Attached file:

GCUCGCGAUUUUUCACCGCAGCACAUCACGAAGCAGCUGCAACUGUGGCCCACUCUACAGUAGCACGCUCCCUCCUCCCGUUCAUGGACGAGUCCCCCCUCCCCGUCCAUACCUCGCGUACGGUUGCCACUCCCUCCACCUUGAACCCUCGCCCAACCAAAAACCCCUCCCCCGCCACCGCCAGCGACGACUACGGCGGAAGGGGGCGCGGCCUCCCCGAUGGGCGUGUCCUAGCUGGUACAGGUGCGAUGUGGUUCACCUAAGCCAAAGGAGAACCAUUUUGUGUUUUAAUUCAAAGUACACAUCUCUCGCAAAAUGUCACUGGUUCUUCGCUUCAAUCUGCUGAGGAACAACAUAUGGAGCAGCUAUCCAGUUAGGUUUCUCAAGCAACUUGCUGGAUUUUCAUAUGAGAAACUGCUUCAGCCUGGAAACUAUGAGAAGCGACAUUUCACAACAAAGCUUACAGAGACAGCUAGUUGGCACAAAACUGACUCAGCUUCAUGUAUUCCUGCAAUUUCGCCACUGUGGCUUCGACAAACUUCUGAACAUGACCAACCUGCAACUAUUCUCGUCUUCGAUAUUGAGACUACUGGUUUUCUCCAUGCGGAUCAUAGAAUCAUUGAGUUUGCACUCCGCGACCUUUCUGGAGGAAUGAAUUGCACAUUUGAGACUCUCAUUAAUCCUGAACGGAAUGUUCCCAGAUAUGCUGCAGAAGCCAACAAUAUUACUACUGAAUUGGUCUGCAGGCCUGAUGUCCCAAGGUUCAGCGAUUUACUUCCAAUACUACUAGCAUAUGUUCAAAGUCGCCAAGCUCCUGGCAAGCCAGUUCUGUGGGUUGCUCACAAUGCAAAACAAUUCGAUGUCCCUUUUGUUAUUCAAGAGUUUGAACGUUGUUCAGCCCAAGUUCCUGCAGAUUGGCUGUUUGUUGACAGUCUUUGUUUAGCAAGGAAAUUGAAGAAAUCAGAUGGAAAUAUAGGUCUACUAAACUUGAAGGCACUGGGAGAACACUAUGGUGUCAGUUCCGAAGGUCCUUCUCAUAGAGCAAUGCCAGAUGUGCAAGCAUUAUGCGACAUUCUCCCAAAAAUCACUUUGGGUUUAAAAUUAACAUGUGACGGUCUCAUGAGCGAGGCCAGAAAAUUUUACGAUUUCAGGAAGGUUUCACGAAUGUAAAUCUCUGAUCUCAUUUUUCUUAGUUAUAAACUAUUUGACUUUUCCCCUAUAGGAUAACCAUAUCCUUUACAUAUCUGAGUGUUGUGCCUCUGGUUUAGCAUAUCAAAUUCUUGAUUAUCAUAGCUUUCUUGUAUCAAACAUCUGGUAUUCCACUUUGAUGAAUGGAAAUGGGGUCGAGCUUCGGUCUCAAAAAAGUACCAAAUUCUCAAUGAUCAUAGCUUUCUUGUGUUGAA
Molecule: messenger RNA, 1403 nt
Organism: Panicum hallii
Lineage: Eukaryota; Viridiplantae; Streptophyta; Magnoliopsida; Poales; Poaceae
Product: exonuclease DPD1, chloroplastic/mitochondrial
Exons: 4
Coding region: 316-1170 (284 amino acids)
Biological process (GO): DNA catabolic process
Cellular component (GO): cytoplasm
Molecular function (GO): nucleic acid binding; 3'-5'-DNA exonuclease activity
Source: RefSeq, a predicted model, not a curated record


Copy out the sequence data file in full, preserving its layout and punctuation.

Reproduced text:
GCUCGCGAUUUUUCACCGCAGCACAUCACGAAGCAGCUGCAACUGUGGCCCACUCUACAGUAGCACGCUCCCUCCUCCCGUUCAUGGACGAGUCCCCCCUCCCCGUCCAUACCUCGCGUACGGUUGCCACUCCCUCCACCUUGAACCCUCGCCCAACCAAAAACCCCUCCCCCGCCACCGCCAGCGACGACUACGGCGGAAGGGGGCGCGGCCUCCCCGAUGGGCGUGUCCUAGCUGGUACAGGUGCGAUGUGGUUCACCUAAGCCAAAGGAGAACCAUUUUGUGUUUUAAUUCAAAGUACACAUCUCUCGCAAAAUGUCACUGGUUCUUCGCUUCAAUCUGCUGAGGAACAACAUAUGGAGCAGCUAUCCAGUUAGGUUUCUCAAGCAACUUGCUGGAUUUUCAUAUGAGAAACUGCUUCAGCCUGGAAACUAUGAGAAGCGACAUUUCACAACAAAGCUUACAGAGACAGCUAGUUGGCACAAAACUGACUCAGCUUCAUGUAUUCCUGCAAUUUCGCCACUGUGGCUUCGACAAACUUCUGAACAUGACCAACCUGCAACUAUUCUCGUCUUCGAUAUUGAGACUACUGGUUUUCUCCAUGCGGAUCAUAGAAUCAUUGAGUUUGCACUCCGCGACCUUUCUGGAGGAAUGAAUUGCACAUUUGAGACUCUCAUUAAUCCUGAACGGAAUGUUCCCAGAUAUGCUGCAGAAGCCAACAAUAUUACUACUGAAUUGGUCUGCAGGCCUGAUGUCCCAAGGUUCAGCGAUUUACUUCCAAUACUACUAGCAUAUGUUCAAAGUCGCCAAGCUCCUGGCAAGCCAGUUCUGUGGGUUGCUCACAAUGCAAAACAAUUCGAUGUCCCUUUUGUUAUUCAAGAGUUUGAACGUUGUUCAGCCCAAGUUCCUGCAGAUUGGCUGUUUGUUGACAGUCUUUGUUUAGCAAGGAAAUUGAAGAAAUCAGAUGGAAAUAUAGGUCUACUAAACUUGAAGGCACUGGGAGAACACUAUGGUGUCAGUUCCGAAGGUCCUUCUCAUAGAGCAAUGCCAGAUGUGCAAGCAUUAUGCGACAUUCUCCCAAAAAUCACUUUGGGUUUAAAAUUAACAUGUGACGGUCUCAUGAGCGAGGCCAGAAAAUUUUACGAUUUCAGGAAGGUUUCACGAAUGUAAAUCUCUGAUCUCAUUUUUCUUAGUUAUAAACUAUUUGACUUUUCCCCUAUAGGAUAACCAUAUCCUUUACAUAUCUGAGUGUUGUGCCUCUGGUUUAGCAUAUCAAAUUCUUGAUUAUCAUAGCUUUCUUGUAUCAAACAUCUGGUAUUCCACUUUGAUGAAUGGAAAUGGGGUCGAGCUUCGGUCUCAAAAAAGUACCAAAUUCUCAAUGAUCAUAGCUUUCUUGUGUUGAA
Molecule: messenger RNA, 1403 nt
Organism: Panicum hallii
Lineage: Eukaryota; Viridiplantae; Streptophyta; Magnoliopsida; Poales; Poaceae
Product: exonuclease DPD1, chloroplastic/mitochondrial
Exons: 4
Coding region: 316-1170 (284 amino acids)
Biological process (GO): DNA catabolic process
Cellular component (GO): cytoplasm
Molecular function (GO): nucleic acid binding; 3'-5'-DNA exonuclease activity
Source: RefSeq, a predicted model, not a curated record